Autumn is just around the corner, which means it is time to start getting your house ready for winter. When was the last time you checked your attic insulation?
We all know that keeping your home comfy and cozy throughout the long winters can be costly. This cost is growing each year due to constantly increasing energy costs and more frequent extreme weather occurrences.
Upgrading your attic insulation is one of the easiest ways to reduce your heating costs. Proper attic insulation can reduce your heating bills by 20% - 50% and create more consistent temperatures throughout your home.
Because heat rises, attics can account for as much as 30% of our heat loss. This is typically due to inadequate attic insulation and gaps around pipes, vents, electrical wires and especially electrical fixtures like pot lights.
Since attics often account for such a large percentage of our heat loss, upgrading your attic insulation is the quickest and easiest way to reduce your home’s heat loss, usually only requiring a weekend to complete. And, since upgrading your attic insulation does not usually require a large investment, it is the most cost efficient place to start preparing your home for winter.
Many homeowners put little thought into their attic insulation. They believe that their home was built by a reliable builder, and they are confident that the insulation was done properly. However, even if everything was done perfectly when the home was built, you should still be looking into upgrading your attic insulation.
Firstly, the effectiveness or R-values of most insulation materials decrease over time with some losing as much as 25% of its original R-value. Batt insulation and blown-in cellulose insulation, which are the most types of insulation used in attics, can settle over time. As it settles, less air is trapped within its cells, reducing its effectiveness. Excess moisture can also reduce the R-value of some insulations.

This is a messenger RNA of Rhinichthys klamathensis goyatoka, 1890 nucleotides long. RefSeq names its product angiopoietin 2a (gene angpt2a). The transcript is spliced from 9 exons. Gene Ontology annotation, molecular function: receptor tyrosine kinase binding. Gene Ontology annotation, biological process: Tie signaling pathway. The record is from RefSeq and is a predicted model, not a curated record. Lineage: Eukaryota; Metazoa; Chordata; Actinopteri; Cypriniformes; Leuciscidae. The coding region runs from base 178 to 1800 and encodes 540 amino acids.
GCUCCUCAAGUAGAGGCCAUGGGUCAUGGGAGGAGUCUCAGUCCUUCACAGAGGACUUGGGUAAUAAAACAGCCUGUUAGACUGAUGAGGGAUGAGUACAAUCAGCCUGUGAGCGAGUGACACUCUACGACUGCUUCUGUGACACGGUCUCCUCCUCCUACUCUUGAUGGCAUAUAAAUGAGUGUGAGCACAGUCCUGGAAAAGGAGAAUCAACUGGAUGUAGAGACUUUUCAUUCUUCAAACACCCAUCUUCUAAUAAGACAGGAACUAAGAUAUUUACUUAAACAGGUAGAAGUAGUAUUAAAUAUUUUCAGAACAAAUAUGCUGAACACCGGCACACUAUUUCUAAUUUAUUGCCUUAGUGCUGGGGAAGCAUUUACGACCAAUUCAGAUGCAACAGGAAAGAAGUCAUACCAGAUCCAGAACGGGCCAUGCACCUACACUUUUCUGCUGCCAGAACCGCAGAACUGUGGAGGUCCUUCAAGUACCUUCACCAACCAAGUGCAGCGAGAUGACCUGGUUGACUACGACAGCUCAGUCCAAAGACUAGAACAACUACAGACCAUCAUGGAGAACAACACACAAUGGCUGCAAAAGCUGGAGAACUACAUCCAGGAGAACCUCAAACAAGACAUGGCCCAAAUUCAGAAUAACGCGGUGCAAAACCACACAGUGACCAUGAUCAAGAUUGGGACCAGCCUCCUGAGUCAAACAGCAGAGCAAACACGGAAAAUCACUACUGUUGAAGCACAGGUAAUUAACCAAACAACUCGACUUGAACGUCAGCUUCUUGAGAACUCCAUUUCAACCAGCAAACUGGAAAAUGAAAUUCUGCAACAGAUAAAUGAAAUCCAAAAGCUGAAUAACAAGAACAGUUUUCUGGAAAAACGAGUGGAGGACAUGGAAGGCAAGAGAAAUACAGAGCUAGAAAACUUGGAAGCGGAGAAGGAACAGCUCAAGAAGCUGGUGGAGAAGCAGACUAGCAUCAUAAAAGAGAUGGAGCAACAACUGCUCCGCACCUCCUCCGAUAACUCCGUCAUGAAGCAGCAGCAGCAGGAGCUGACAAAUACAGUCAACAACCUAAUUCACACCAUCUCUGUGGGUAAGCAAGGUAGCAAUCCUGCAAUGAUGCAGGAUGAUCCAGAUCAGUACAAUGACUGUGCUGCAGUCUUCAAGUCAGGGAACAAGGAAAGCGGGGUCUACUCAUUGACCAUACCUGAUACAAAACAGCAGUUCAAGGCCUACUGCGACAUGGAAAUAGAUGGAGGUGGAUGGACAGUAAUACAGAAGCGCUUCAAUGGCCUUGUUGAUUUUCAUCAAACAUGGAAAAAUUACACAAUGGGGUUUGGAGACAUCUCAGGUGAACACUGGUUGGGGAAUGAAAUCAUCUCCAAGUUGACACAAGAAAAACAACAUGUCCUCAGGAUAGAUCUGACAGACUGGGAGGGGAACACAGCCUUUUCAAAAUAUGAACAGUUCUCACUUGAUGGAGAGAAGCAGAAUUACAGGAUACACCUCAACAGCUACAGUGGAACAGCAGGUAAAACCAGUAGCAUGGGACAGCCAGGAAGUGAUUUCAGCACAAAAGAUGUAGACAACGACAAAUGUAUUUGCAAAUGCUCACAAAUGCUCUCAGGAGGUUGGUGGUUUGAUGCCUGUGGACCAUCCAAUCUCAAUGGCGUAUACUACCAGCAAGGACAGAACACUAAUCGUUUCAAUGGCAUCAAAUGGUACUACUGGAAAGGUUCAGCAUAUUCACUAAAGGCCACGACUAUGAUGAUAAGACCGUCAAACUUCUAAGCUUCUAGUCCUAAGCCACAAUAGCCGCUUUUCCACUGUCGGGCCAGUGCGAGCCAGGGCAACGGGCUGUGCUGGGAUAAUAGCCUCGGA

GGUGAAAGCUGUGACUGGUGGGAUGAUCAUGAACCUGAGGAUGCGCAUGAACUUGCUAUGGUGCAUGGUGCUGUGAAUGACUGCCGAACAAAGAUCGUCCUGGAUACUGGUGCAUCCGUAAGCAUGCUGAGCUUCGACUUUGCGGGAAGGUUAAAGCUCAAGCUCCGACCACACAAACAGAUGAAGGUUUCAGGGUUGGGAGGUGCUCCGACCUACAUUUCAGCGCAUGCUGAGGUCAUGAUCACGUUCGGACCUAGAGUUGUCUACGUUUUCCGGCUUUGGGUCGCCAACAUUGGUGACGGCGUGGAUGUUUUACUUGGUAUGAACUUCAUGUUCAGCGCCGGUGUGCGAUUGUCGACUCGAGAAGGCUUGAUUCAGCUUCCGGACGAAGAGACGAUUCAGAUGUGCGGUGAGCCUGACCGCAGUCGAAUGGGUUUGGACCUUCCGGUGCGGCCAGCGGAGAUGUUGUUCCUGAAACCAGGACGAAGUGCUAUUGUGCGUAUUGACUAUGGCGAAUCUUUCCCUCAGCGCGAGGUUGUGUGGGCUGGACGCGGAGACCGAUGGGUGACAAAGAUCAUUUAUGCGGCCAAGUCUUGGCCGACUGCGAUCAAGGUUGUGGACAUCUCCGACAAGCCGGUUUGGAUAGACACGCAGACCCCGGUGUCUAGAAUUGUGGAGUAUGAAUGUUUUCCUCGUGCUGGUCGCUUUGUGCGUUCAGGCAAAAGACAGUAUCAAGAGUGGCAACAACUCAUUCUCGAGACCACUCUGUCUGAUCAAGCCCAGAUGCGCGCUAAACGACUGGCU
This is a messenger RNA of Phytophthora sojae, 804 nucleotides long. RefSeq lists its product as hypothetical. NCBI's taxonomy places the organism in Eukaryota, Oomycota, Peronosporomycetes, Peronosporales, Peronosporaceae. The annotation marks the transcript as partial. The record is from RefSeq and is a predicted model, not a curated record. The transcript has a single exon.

Secondly, the recommended and required R-values have changed significantly over the years. In 2009, most building codes for Northern climates required an R-40 attic insulation with most builders only complying with the minimum requirements. Today, most building codes have been increased to require an R-50 minimum attic insulation with most homebuilders upgrading that to R-61.
In other words, if you own a 10 year old home, your energy lose through your attic could be as much as 50% greater compared to a new home. Thus, your energy bills could be as much as 50% higher.
There are many different types of insulation. However, most houses built today have unfinished attics spaces in which the insulation sits directly above the ceiling of the upper floor. Batt insulation or blown-in cellulose insulation is most commonly used in these applications because there is no limitations to how thick the insulation is; it tends to be more cost efficient, and you can do it yourself if you are so inclined.
If you have an accessible attic, which is often used for storage, you will need to use a different type of insulation which allows you to achieve your desired R-value within the 2 x 8 floor joists or stop using your attic for storage.
If your attic space is conditioned (heated and cooled) then you will need to insulate within your roof joists. Urethane spray-foam insulation is now most commonly used in this application, although other options are available.